nominate Lesser Black-backed Gull (L. f. fuscus)

(last update: 30-12-2009)

Amir Ben Dov (Israel)
Hannu Koskinen (Finland)
Mars Muusse (the Netherlands)

fuscus rings

fuscus 1cy July
fuscus 1cy Aug
fuscus 1cy Sept
fuscus 1cy Oct
fuscus 1cy Nov
fuscus 1cy Dec

fuscus 2cy Jan
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fuscus 2cy Dec

fuscus 3cy Jan
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fuscus 3cy Sept

fuscus 3cy October
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fuscus 4cy Jan
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fuscus 4cy Oct
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fuscus ad Jan
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fuscus unringed Aug
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fuscus ad Dec

Larus fuscus male 4+cy J6N1 June 26 2002, Nordfugløy, Troms, Norway. Pictures: Morten Helberg.

J6N1 illustrates the upper-part grey tone as can be found in approximately 50% of the breeding adults on the island of Nordfugløy. Of course, the other 50% looks like blackish nominate fuscus. Complete moult still not started by late June. Here, you also see a map of Europe, with the ring readings for J6N1.

The most northern island in the county Troms is Nordfugløy. Here you find a Lesser Black-backed Gull colony in cloudberry mires, about 300 meters above sea level. The oldest data about the presence of this colony are from 1963 when 125 pairs were estimated. Still, there was nothing known concerning the subspecies composition before the first adult birds were caught and colour-ringed in 2002. The breeding population varies a lot in numbers between the years, with a minimum of 15-20 pairs in 2002, and with a maximum of 100 pairs in 2006 and 2007. Nowadays, with about 100 pairs, it is the largest colony of Lesser Black-backed Gulls in northern Norway.

The island also hosts a breeding population of 100+ pairs of arctic skuas and 200+ pairs of Common Gulls. There is only one island in this ringing program which is higher up north: Loppa Island, which is a similar colony at about 200 meters above sea level.

The ringing program on Nordfugløy started in 2000, when juveniles were ringed. From 2000 to 2008, 172 juveniles were ringed here. Up to May 2008, 20 of these juveniles were seen outside the breeding range. Between 2002 and 2007, 17 adults were ringed as well, with 7 rediscoveries. This is a remarkable high recovery rate, certainly due to the predominant western migration route chosen by the adults breeding on this island. Pale-mantled birds from Nordfugløy have been rediscovered in Portugal, Spain, Italy and Libya. One dark fuscus-type bird has been observed frequently in Israel.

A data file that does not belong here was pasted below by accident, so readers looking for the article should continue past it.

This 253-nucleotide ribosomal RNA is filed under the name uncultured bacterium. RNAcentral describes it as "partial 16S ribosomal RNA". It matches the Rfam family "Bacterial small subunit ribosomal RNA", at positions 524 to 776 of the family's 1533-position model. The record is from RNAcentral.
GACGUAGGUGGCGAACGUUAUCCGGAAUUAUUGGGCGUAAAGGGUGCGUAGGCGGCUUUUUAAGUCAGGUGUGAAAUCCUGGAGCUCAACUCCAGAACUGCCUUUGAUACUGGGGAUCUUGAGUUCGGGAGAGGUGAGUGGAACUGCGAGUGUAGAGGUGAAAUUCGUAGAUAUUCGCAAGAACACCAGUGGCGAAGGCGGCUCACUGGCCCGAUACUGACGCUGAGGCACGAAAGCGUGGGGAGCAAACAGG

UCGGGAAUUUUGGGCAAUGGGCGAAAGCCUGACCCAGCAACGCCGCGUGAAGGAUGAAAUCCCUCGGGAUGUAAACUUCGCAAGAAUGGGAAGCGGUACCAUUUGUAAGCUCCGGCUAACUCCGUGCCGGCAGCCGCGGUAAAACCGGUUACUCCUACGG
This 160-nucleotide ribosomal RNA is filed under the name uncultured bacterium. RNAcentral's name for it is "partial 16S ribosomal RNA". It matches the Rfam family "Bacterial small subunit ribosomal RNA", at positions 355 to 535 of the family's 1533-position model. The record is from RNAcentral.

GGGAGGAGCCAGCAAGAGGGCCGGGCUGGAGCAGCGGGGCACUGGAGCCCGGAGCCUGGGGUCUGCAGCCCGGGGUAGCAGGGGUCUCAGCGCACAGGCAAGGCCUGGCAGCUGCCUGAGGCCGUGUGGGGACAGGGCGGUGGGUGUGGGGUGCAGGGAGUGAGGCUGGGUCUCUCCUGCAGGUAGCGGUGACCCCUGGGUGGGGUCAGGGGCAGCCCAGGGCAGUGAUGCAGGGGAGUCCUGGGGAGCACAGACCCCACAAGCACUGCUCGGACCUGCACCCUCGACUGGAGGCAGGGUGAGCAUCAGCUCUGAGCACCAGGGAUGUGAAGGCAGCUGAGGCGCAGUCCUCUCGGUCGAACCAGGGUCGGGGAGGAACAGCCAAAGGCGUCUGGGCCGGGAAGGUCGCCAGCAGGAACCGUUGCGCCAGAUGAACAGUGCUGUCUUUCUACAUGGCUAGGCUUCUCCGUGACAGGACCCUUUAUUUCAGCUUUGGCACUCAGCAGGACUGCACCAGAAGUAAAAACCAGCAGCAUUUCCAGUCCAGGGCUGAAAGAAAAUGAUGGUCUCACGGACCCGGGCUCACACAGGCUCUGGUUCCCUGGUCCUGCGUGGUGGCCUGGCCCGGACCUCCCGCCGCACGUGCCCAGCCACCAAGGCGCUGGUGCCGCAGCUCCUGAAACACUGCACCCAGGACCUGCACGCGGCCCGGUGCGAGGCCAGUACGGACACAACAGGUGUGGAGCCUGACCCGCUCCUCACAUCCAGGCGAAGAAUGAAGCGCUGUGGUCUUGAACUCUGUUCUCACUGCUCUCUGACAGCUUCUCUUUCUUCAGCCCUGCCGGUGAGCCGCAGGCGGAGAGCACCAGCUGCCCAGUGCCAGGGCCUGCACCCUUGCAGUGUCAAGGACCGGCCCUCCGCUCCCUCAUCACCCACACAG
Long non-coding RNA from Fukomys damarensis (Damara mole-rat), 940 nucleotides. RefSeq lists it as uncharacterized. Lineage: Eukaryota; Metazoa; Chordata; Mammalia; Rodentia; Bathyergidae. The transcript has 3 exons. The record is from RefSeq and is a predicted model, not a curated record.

More information about migration strategies in Norwegian fuscus and the ringing programme in the three northern counties of Norway: Nordland, Troms and Finnmark, can be found here: The summary for juveniles can be found in the fuscus 1cy October section, the summary for adults can be found in the fuscus adult October section.
Morten Helberg, Geir Systad, Ingve Birkeland, Nils Lorentzen & Jan Bustnes published an article about this research in Ardea 97, 2009, titled: Migration patterns of adult and juvenile Lesser Black-backed Gulls Larus fuscus from northern Norway. The complete PDF can be found HERE.

below: J6N1 Ring readings. Picture: Morten Helberg.

The ringing research is described in fuscus adult March section and fuscus adult October section. All resights up to May 2008 are included in this research, in the three northern counties of Norway. Colonies could either consist of pure fuscus birds, or colonies could show mixed breeding birds, both pale-mantled birds and fuscus types. Adults were trapped during the incubation period in late June, using walk-in cages. In mixed colonies with pale and dark-mantled birds, sub-species were determined easily in the hand. 199 birds were caught: 172 fuscus, 22 pale-mantled birds and just 5 birds undetermined.
Between 2000-2007, 16 birds (8%) were resighted. 10 pale-mantled birds (10/22 = 45%) and only 6 fuscus (6/172= 3,5%) were seen outside the colonies. When considering only mixed colonies, the figures don't change much; resighting probablities for fuscus remain low.
Several birds confirmed the idea of fuscus being an eastern migrant: single observations from central inland Norway, the Baltic Sea and Israel demonstrate the eastern migration route (eastern flyway through Finland, Black Sea, Israel to the Rift Valley into the African Great Lakes). However, there were observations of fuscus in England, and later that winter this bird turned up in Morocco and another bird in Portugal.
Pale-mantled birds were found in England, 3 on the Iberian Peninsula, and single birds in Morocco, Belgium, Italy and Libya. These represent the western migrants.